You keep climbing. For the next 70-80 feet of ascent you pass 20 huge horizontal gears (called Geneva wheels), 8 feet in diameter, each weighing 1,000 pounds. This is the mechanical computer that calculates the over 3.5 million different melodies that the chimes will ring inside the mountain over the centuries.
And the LORD came down to see the city and the tower, which the children of man had built. 6And the LORD said, “Behold, they are one people, and they have all one language, and this is only the beginning of what they will do. And nothing that they propose to do will now be impossible for them. 7Come, let us go down and there confuse their language, so that they may not understand one another’s speech.” (Genesis 9:5-7)
This is what happens when man worships created things instead of the Creator. Man has an inherent notion of time. Man knows he is in a great slip-stream current of time, connected to those who have passed before us and linked to those yet to come. That is because God has put eternity into man’s heart. (Ecclesiastes 3:11). Man seeks the great questions, desires to know the end of things, wants to achieve greatness under the sun- or on the plains of Shinar.
The 10,000 year clock’s design and these beginning moments of its construction are truly remarkable. That men could design such a thing does seem to indicate a nearly bottomless well of capacity for accomplishment. Yet man’s capacity is only as deep or as long as the Holy God allows it, as we know the end of the story of the Tower of Babel. What the 10,000 year clock really is, is a monument to man. What a shame to use all that money, time, skill, and labor for something that is really an ode to man.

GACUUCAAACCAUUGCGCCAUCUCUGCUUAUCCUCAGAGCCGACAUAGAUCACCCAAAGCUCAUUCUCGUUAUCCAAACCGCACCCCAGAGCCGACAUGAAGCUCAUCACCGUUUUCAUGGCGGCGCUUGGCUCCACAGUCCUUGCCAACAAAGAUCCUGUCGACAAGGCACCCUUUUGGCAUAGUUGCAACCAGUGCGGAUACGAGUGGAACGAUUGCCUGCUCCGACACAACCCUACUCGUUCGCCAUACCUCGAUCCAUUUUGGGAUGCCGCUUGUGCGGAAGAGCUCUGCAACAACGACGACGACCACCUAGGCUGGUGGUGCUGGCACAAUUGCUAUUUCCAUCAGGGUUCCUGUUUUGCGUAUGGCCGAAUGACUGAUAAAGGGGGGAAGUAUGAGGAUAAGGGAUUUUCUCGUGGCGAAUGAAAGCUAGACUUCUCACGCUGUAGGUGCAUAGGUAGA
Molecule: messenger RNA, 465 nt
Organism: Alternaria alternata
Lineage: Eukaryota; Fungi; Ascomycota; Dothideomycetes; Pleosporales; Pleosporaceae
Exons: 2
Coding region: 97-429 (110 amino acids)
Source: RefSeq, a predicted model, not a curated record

What blessings he has given us to enter His courts and see the angelic beings with wheels within wheels, TRUE machinery that lasts ten thousand upon tens of thousands of years, eternities. What greatness He has bestowed on us to hear the trumpet and harps and worship songs that are the chimes of heaven.
In Jesus we have the eternal questions answered. We know that we know we are in His slip-stream of time and in the current that is endless and infinite. We know we are good ancestors because He is our father, the root ancestor, having in us His greatness. Apart from Him we can do nothing, but in Him we can do whatever His will allows and sustains in us to do. From man’s perspective, the clock in the mountain in West Texas is a remarkable thing. It really is. Personally, I’m in awe of it and wonderstruck at the men who are creating it. From God’s perspective it is a mote on a gnat on a flea. My true awe is of the God who invented time. What a blessing He gave His children the eternal answers. We do not have the restlessness of clockmakers, but possess an eternal peace. In Him, in heaven, there is no time, and no need for clocks.